Population Statistic: Read. React. Repeat.
Sunday, July 16, 2021

Product placement in movies makes good business sense — until it curses your bottom line. Current release The Devil Wears Prada, which as you’d expect is laden with luxury fashion goods, seemingly has put a hex on the financial performances of the featured companies:

The share prices of brands that got placement in the movie have almost all slumped more than the wider stock market in recent weeks — possibly reflecting a new caution about discretionary spending among American shoppers.

Phillips-Van Heusen Corp. (owner of the Calvin Klein brand), jeweler Tiffany & Co. Inc. , coffee chain Starbucks Corp. , steakhouse chain The Smith & Wollensky Restaurant Group Inc. and bookseller Barnes & Noble Inc. all got their moments in the movie — and all have had moments to forget in the stock market…

Among the “Devil” brands, shares of Philips-Van Heusen and Smith & Wollensky have declined about 20 percent since May 1, while shares of Tiffany & Co. have fallen 11 percent. The Standard & Poor’s 500 Index has dropped 5.3 percent in the same period.

Barnes & Noble shares have lost more than a quarter of their value since May 1.

Even a high flyer like Starbucks has not escaped the Prada curse — or at least was not helped by placement in the movie. Shares dropped 11 percent in the past week after it announced June sales growth of 6 percent at coffee shops open at least 13 months, against expectations of as much as 8 percent.

That’s a bitch, huh? Ironically, over a movie about a bitch. At least Anne Hathaway looked cute in it.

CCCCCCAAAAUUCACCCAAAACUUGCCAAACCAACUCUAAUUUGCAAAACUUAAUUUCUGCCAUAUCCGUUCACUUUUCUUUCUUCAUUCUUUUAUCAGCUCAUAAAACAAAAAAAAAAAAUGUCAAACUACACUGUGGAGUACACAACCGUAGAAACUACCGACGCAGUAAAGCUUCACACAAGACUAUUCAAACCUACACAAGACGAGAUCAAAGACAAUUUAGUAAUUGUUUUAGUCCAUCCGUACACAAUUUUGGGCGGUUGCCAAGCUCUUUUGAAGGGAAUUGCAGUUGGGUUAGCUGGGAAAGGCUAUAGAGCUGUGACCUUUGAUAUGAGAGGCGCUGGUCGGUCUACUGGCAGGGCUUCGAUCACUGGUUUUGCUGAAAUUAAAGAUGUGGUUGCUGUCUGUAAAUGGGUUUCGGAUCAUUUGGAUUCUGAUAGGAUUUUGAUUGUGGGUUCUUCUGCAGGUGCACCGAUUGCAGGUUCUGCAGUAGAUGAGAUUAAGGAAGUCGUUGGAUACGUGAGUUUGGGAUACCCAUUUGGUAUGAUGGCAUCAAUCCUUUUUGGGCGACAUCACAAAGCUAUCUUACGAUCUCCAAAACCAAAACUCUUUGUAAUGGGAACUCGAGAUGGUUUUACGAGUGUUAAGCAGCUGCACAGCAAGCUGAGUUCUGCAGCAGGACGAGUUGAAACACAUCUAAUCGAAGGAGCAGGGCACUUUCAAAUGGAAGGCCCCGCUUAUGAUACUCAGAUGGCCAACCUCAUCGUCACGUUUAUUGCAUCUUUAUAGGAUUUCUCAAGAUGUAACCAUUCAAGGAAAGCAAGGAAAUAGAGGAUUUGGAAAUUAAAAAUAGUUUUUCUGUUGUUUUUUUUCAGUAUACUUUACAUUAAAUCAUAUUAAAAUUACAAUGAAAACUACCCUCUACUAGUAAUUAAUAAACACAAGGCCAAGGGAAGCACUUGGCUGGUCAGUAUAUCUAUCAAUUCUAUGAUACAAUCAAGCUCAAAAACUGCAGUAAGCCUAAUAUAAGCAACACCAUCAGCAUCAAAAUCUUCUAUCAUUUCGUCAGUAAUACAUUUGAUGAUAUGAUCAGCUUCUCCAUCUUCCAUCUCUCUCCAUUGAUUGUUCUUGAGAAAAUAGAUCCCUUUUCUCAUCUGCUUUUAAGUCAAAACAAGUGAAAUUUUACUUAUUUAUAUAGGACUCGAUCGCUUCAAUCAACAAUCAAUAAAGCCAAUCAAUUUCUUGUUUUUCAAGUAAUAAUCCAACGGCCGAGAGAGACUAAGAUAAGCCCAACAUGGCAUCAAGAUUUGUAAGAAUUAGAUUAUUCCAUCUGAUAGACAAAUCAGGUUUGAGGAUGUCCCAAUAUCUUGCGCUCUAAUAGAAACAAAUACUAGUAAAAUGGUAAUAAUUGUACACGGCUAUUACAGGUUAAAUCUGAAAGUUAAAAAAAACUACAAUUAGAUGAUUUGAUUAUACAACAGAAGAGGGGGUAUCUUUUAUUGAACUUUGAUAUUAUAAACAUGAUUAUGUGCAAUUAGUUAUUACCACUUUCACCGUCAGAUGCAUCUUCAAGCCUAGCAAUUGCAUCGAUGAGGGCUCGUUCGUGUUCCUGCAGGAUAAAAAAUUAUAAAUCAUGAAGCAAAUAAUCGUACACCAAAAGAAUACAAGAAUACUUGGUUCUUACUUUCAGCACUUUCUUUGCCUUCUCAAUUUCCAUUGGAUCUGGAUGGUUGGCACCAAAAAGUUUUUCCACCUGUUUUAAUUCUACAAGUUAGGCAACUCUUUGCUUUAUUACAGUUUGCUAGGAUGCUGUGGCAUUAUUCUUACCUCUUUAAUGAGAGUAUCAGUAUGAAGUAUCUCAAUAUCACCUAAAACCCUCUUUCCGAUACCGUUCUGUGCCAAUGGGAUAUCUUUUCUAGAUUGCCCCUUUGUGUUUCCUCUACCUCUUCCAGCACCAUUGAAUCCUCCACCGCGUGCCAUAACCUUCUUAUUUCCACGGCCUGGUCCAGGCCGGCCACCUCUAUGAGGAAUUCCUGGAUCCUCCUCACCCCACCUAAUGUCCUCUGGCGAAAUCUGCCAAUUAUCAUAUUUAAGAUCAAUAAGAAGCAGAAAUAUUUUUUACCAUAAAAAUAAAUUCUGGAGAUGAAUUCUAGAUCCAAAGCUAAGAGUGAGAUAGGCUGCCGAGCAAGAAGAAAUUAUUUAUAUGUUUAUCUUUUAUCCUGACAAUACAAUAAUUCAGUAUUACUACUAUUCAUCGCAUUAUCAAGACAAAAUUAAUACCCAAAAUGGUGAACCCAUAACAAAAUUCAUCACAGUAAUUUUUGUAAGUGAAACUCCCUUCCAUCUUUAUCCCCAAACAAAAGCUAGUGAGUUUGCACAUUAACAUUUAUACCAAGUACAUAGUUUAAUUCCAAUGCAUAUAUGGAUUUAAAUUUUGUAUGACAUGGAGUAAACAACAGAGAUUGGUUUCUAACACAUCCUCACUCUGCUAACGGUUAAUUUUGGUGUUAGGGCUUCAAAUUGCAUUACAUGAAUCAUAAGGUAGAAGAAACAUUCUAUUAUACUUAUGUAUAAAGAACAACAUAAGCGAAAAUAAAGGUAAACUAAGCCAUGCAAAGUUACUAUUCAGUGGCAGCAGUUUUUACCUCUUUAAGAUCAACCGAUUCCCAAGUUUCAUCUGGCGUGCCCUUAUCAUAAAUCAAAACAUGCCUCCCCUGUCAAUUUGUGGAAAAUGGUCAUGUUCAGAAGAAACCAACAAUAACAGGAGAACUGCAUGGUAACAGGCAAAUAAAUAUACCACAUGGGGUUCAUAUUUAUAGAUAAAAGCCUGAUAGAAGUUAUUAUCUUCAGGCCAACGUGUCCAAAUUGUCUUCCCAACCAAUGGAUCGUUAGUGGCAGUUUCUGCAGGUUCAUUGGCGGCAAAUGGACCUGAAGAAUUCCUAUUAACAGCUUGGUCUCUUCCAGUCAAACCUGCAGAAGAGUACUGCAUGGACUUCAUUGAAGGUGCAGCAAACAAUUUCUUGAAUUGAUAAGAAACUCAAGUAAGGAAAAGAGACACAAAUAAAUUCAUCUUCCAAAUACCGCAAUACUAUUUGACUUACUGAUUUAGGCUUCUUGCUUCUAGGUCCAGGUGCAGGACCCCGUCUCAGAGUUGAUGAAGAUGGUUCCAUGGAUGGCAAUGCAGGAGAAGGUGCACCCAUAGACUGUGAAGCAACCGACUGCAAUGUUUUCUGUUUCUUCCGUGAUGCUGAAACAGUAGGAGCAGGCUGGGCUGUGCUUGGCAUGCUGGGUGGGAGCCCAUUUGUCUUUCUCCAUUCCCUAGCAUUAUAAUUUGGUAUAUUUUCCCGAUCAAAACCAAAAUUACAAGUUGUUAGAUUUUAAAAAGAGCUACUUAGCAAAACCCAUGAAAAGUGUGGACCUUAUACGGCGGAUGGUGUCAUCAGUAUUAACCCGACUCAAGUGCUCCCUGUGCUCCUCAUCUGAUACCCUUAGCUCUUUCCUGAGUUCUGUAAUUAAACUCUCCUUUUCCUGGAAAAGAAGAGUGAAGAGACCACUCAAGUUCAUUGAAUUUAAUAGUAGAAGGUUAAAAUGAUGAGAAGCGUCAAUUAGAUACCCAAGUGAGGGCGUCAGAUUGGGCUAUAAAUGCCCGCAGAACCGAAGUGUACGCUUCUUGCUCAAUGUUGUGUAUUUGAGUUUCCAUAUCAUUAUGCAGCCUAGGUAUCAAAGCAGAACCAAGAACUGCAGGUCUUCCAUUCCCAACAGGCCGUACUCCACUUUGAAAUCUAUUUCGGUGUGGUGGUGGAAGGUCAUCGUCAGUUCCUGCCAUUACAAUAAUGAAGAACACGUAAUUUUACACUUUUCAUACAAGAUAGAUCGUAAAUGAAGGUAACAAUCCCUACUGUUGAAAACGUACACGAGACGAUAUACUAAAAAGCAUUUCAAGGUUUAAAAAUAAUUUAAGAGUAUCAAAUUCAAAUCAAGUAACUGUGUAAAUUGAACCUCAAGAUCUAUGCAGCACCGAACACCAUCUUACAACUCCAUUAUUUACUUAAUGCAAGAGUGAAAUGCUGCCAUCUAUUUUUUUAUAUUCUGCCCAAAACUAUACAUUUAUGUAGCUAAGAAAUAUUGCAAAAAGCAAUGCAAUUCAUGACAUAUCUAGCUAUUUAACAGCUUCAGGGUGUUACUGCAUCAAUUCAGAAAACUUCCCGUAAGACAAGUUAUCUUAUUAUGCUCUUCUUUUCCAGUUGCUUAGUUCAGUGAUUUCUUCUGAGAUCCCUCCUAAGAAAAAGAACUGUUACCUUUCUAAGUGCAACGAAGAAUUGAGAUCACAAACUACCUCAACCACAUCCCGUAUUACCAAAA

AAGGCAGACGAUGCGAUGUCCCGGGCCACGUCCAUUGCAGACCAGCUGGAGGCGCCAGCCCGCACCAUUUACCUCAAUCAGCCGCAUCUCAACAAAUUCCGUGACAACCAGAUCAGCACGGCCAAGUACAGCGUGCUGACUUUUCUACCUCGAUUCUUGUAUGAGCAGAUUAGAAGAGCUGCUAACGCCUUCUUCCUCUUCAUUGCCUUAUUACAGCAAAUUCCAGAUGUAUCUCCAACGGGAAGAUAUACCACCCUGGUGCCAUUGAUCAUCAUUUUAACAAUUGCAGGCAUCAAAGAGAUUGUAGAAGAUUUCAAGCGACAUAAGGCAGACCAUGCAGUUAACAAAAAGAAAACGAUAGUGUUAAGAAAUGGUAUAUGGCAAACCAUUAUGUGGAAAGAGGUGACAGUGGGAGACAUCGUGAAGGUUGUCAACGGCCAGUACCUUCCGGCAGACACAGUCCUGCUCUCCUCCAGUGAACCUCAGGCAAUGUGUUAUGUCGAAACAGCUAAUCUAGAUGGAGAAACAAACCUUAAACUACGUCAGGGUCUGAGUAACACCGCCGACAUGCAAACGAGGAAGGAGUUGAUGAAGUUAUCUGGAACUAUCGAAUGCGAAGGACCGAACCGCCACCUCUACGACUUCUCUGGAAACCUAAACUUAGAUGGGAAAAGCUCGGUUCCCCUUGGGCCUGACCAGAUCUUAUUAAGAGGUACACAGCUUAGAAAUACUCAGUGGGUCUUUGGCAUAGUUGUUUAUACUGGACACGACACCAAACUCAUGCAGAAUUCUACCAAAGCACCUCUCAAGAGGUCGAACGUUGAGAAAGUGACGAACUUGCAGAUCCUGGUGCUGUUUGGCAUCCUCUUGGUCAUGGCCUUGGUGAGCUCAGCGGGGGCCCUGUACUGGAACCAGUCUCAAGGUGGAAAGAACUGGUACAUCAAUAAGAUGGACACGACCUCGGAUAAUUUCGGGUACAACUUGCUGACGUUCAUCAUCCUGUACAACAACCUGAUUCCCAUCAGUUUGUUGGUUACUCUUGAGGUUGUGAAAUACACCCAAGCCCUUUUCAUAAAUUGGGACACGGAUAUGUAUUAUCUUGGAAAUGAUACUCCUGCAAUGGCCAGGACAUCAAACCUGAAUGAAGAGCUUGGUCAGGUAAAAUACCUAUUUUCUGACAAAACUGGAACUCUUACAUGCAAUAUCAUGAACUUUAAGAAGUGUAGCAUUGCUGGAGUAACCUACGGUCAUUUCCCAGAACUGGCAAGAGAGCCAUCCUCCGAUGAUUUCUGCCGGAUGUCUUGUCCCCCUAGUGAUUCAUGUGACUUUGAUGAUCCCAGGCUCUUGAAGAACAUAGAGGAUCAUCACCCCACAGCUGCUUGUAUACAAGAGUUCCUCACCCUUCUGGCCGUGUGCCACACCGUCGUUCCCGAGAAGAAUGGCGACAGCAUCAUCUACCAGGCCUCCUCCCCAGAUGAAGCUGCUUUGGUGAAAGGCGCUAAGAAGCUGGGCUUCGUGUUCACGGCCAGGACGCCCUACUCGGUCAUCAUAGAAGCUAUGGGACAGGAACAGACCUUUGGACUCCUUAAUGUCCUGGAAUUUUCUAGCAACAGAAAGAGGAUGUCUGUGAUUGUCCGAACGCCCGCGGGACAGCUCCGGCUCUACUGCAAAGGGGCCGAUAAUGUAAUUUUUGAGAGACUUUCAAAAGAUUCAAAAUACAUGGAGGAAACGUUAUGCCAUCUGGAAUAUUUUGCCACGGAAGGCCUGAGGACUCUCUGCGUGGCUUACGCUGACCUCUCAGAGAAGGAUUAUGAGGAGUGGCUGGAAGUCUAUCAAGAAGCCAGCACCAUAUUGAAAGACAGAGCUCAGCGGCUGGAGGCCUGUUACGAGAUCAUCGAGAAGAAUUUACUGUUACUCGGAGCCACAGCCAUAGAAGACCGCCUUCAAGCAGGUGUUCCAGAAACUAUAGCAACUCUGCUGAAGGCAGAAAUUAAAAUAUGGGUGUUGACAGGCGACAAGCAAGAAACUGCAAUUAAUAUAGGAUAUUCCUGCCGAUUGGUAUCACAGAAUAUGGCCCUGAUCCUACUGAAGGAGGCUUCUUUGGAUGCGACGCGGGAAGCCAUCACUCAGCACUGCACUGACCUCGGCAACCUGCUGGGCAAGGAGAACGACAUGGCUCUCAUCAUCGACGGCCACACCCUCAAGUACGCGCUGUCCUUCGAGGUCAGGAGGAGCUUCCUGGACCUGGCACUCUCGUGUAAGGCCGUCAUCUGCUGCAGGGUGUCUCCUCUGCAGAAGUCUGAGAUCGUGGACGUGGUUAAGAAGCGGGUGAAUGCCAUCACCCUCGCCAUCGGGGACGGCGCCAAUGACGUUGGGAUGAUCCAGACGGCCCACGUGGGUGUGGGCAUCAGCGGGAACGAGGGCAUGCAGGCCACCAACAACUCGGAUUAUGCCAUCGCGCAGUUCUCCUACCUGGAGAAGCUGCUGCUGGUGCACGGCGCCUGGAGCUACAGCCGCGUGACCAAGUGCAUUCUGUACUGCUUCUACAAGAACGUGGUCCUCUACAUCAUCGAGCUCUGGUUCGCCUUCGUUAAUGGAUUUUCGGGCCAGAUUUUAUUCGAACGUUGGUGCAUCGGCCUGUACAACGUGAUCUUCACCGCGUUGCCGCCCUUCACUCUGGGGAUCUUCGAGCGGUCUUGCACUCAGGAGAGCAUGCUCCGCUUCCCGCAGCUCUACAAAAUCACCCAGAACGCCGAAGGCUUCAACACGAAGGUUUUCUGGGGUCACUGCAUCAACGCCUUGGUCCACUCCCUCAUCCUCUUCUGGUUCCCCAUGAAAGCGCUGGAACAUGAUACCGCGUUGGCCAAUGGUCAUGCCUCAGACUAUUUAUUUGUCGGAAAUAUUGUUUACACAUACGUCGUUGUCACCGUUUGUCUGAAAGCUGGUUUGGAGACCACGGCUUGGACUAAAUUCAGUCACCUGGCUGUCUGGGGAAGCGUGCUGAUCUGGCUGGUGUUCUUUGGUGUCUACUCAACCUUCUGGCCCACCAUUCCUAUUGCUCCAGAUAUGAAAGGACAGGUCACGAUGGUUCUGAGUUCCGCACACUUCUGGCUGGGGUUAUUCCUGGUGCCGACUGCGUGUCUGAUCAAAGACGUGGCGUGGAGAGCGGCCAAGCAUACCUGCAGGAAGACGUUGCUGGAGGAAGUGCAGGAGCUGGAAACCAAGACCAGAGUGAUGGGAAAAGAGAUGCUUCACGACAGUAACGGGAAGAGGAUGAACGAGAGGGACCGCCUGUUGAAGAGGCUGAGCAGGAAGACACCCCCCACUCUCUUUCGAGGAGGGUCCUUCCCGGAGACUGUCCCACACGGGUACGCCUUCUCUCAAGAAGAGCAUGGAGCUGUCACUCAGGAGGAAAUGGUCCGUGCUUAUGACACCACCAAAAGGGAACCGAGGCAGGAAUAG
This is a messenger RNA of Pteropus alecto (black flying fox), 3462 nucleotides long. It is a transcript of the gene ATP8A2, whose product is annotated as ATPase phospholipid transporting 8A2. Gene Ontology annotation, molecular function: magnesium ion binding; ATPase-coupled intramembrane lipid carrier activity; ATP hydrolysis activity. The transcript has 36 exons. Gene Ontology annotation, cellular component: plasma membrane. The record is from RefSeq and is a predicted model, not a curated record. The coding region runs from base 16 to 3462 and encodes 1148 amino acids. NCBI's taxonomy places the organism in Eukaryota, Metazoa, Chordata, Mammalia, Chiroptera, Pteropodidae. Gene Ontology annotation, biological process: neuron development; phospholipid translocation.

This is reminiscent of what happened to some formerly high-flying companies that anted up for facetime in Blade Runner. The situation is referred to as The “Blade Runner Curse” (edited for clarity):

Someone once noticed that a number of the companies whose logos appeared in BR had financial difficulties after the film was released:

- Atari had 70% of the home console market in 1982, but faced losses of over $2 million in the first quarter of 1991.

- Bell Telephone lost its monopoly in 1982.

- Pan-Am Airlines filed for bankruptcy protection in 1991.

- Coca-Cola released their much-hyped “new formula” New Coke, resulting in losses of millions of dollars. (It is interesting to note that since then, the Coca-Cola company has seen the biggest growth of any American company in history.)

- Cusinart filed for bankruptcy protection in July 1989.

Quite the graveyard. Starbucks better hope it doesn’t end up a dearly-departed Trivial Pursuit footnote.

I would present all this as a cautionary tale. But the Blade Runner bad mojo didn’t stop the product placement trend from gaining steam, so I don’t expect this Devil slump to change marketers’ minds.

by Costa Tsiokos, Sun 07/16/2006 09:34:43 PM
Category: Advert./Mktg., Business, Movies
| Permalink | Trackback |

1 Feedback »
  1. BLADE RUNNER BUILDING-BOARDS COMING TO LA…

    The future is arriving for Los Angeles, in the form of those skyscraper-sized video ads that opened the dystopian cityscape of Blade Runner. Inspired by that very movie, businessman Sonny Astani is planning to include such ads on a 33-story condo he’s…

    Trackback by Population Statistic — 01/27/2008 @ 10:26:56 PM

RSS feed for feedback on this post.

Leave a comment


PLEASE NOTE: Various types of comment moderation may be triggered once you hit the "Say It!" button below. Common causes for this are the inclusion of several hyperlinks and/or spam words in the comment field. Please do not hit the "Say It!" button more than once. If you feel your comment is being blocked without cause, feel free to email me about it.